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It is clear that some partnerships last longer than others. Well, when the inspired Serge Diaghilev originally paired George Balanchine and Igor Stravinsky, the impresario’s Ballets Russes once again, demonstrated that it was willing to take risks. Both Russian artists important to the West, together they defined neoclassical ballet throughout the 20th century by crafting an amazing creative relationship that spanned 50 years and ended with the creation of over 30 stunning ballets. Years later, it can now easily be said that Balanchine and Stravinsky are some of the truly greatest artists of the twentieth century.
Even Though Stravinsky wrote only a meer four scores for ballets choreographed by George Balanchine, the two legendary artists had a long and mutually productive working relationship. As each year proceeded, each new collaboration restored and strengthened their partnership. Many still wonder what was it about Stravinsky and Balanchine partnership that just clicked? How did these two artists manage to come up with a body of work that is still as vital today as ever? Igor Stravinsky was a Russian-born composer, whose work had a revolutionary impact on musical thought and sensibility right before and after World War I, and whose compositions still remain a criterion of modernism for much of his long working life.
Stravinsky was arguably, the most important composer for dance in the 20th century, all starting with a 1910 commission from Serge Diaghilev to score Michel Fokine’s Firebird. The premiere of The Firebird at the Paris Op©ra on June 25, 1910, was a dazzling success that made Stravinsky known overnight as one of the most gifted of the younger generation of composers.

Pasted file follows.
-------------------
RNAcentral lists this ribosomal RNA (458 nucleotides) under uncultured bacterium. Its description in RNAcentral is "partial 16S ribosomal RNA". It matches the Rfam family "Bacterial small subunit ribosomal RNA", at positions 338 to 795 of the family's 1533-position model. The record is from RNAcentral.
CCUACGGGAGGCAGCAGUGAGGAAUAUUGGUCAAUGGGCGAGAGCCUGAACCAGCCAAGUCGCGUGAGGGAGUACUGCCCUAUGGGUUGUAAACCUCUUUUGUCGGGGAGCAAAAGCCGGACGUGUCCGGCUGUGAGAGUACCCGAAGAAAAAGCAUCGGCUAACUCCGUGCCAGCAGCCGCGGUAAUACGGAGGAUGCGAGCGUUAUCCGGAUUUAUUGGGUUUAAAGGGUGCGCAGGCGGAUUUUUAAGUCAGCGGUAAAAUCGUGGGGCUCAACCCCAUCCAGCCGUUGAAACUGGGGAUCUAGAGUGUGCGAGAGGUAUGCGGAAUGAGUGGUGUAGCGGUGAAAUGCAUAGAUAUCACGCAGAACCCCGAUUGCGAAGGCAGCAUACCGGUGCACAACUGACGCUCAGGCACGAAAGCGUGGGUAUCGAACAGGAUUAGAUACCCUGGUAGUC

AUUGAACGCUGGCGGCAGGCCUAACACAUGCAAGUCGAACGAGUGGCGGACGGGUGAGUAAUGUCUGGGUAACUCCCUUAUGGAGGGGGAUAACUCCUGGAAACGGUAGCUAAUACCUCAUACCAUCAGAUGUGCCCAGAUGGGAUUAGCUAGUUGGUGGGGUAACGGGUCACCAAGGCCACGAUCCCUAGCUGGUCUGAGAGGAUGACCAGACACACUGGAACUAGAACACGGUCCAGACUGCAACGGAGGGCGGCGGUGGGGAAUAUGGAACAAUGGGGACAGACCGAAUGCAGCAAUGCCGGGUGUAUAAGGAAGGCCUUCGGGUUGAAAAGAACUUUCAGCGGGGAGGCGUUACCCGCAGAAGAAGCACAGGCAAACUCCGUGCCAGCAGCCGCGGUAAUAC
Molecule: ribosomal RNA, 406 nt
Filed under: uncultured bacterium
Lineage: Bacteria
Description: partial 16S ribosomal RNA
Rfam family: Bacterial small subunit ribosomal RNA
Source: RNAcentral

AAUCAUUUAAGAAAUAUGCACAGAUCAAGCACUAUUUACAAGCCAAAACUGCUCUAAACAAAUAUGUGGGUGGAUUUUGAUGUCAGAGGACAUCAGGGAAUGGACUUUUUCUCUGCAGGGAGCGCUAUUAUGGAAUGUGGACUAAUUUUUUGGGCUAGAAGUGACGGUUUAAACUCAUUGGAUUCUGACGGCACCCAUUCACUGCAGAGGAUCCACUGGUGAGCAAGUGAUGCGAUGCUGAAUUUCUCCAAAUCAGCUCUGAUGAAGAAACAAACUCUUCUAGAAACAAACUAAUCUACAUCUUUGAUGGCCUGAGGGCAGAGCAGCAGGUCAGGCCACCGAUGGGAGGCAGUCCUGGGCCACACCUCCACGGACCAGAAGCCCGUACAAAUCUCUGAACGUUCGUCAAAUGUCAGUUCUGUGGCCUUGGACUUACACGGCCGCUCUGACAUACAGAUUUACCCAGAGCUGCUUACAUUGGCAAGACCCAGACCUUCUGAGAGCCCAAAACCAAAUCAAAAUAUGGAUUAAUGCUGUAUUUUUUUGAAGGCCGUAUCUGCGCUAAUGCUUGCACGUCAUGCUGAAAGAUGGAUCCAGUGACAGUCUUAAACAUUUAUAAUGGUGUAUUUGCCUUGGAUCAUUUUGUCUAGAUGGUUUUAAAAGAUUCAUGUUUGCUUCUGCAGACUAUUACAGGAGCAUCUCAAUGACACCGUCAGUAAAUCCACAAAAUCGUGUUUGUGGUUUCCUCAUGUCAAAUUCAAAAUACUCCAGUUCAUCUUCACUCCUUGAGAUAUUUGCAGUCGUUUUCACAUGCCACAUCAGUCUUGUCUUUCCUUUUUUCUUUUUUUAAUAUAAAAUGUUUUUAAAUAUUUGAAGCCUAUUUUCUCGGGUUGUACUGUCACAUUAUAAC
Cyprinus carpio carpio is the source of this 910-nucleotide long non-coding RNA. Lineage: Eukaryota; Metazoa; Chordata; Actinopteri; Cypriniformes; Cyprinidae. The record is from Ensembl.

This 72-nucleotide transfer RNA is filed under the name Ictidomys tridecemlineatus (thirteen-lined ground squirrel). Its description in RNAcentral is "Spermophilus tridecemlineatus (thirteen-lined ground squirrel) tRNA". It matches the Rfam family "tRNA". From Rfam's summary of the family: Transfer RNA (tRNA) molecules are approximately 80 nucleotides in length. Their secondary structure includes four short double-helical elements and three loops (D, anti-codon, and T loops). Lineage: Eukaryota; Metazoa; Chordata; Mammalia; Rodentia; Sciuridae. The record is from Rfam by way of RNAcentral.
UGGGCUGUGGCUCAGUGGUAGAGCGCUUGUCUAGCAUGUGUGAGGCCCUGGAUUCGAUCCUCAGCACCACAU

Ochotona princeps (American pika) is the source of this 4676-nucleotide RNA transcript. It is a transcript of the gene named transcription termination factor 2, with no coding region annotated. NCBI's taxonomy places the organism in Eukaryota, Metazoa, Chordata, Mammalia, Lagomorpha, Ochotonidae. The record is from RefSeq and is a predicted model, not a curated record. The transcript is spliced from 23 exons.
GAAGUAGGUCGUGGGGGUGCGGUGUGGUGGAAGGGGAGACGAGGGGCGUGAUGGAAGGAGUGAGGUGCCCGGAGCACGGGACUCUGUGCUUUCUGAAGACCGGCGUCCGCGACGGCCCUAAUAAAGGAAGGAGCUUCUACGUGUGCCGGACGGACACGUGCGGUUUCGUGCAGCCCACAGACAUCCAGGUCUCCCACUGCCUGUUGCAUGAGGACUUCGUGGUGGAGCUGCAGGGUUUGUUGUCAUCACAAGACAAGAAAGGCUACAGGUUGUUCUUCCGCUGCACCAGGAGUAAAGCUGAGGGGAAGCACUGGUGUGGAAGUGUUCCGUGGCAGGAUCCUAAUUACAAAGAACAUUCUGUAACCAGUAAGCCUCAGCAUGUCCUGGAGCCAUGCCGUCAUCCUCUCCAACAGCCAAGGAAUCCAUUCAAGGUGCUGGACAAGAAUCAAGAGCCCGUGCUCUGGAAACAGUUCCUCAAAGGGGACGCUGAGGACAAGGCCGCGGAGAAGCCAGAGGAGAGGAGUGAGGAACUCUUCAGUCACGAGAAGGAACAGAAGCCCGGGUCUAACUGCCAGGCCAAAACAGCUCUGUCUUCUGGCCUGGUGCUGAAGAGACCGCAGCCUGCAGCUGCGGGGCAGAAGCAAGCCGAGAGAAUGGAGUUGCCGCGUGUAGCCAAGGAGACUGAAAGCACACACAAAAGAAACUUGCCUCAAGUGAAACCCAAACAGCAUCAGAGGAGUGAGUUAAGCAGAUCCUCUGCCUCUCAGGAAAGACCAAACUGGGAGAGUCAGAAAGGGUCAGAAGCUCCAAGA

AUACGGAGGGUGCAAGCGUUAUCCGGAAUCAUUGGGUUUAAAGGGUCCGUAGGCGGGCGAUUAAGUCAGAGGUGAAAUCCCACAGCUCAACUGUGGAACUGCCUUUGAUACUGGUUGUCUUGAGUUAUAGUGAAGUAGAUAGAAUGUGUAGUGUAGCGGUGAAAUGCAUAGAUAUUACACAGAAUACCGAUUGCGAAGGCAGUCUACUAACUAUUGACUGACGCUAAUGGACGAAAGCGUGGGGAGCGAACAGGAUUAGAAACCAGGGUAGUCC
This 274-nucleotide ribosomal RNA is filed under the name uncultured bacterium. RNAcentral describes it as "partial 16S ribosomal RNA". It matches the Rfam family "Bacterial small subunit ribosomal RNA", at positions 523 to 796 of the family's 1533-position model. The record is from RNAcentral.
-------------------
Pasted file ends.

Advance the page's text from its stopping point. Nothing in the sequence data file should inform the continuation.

During his teens Stravinsky thrived from the liveliness of St. Petersburg as well as the simple traditional melodies and rhythms of the lower classes singing in the fields. Such impressions would echo throughout the composer’s life. Stravinsky’s compositional career was notable for its stylistic diversity. The great choreographer, Balanchine recalled from his younger years the greatness of the rites and religious rituals he experienced as a young child. Balanchine’s early musical training at the Petrograd Conservatory of Music allowed him to engage with Stravinsky on a deep level. The lasting smell of incense, the sight of brightly colored gowns, and the magisterial pomp of high priests processing, all of these memories helped stem his choreography and gave him such great inspiration. He also co-founded the New York City Ballet and remained its Artistic Director for more than 35 years.Balanchine took the standards and technique from his time at the Imperial Ballet School and fused it with other schools of movement that he had adopted during his tenure on Broadway and in Hollywood, creating his signature “neoclassical style” Remains of such images are quiet apparent in his works Firebird and throughout Apollo and Orpheus. The artists were known to be intellectual soul mates as well.Both Stravinsky and Balanchine had Apollonian instincts; they favored order, structure, clarity, and restraint, wrote Larry Lipkis. Moreover, both were well read in the classics, and both were intensely interested in each other’s discipline (Balanchine was an accomplished pianist and conductor); thus, their friendship and creative partnership flourished in a felicitous meeting of minds and temperaments. Balanchine called Apollo, choreographed to Stravinsky’s score in 1928, the turning point in my life, describing what he learned from Stravinsky’s music. From Stravinsky, Balanchine said, he learned the trait of being satisfied with what one had made, once it was done, wrote Bernard Taper in his Balanchine biography. Stravinsky used to say his own model for this attitude was God, who on the days that he created lovely flowers and trees and the birds of the heavens was satisfied, and who was also just as satisfied on the day he created crawling insects and slimy reptiles. Beyond a shared ethnic heritage, both men were avowed classicists. Their embrace of protocol, discipline, and the beauty of order are evident in works as divergent as Danses Concertantes, Agon, and Monumentum pro Gesualdo. Yet their devotion to classicism did not discourage them from embracing unconventional and often unpopular views about the relationship of music and dance. Stravinsky spoke of a need for dance and music to struggle with one another. Choreography that achieved nothing more than mirroring the music would prove exhausting, he insisted. Instead, the composer urged a pushing and pulling between choreography and music; a jousting that would create a counterpoint of separate but interlocking visual and accoustic layers.Balanchine’s view of choreography took an opposing view.. A careful balancing of eye and ear was essential. He constantly aimed to strike a temporal and spatial equilibrium, as in Movements for Piano and Orchestra wherein intricately structured musical and choreographic elements are precisely calibrated and combined. And while Balanchine was quick to praise Stravinsky as the architect of time, he himself was no less aware of the structural principles needed to unite music and dance. Never would he allow dance to overwhelm let alone hide the music, especially when choreographing Stravinsky’s works. His unapologetic commitment to illuminating the composer’s score as a first priority was unprecedented. For many, it was also unregular. As one respected critic persisted, ballet music should provide nothing more than simple and in its classic form.. Elevating a musical score beyond its secondary role as background accompaniment would diminish dance’s expressive power. unorthodox or not, the insightful Balanchine’s less-rather-than-more approach to dance matched Stravinsky’s often complex music with seamless perfection. The artists shared histories, working methods, and artistic beliefs, were connected by an great respect, a mutual sense of humor, and both men’s genuine affection for one another, and it can’t be forgotten, a share of love for their art. All put together, these connections created a collaboration that would create a long lasting partnership as well as an enduring friendship. Their active collaborations ceased several years before Igor Stravinsky’s death in 1971. But even preceding his death, the composer’s music continued to inspire Balanchine (and others), as made truly clear the very next year with the historic 1972 New York City Ballet Stravinsky Festival. Brilliant new ballets including Violin Concerto, Duo Concertant, Symphony in Three Movements (all performed again this fall season in the same hall as they were premiered) confirmed just how extensive the span of the composer and choreographer legacy was. Indeed, that legacy continues to thrive. If longevity is a factor in measuring the significance of great works of art, then the Balanchine/Stravinsky repertoire surely meets the criteria. In every way, these ballets have gone the distance in proving extraordinarily durable. And like all masterpieces, they entrigue us to return to them regularly so that we may continue to unveil their timeless treasures. Stravinsky died in 1971 and Balanchine in 1983, but even posthumously their legacy continues to thrive, and their works remain as vital and relevant as when they were created.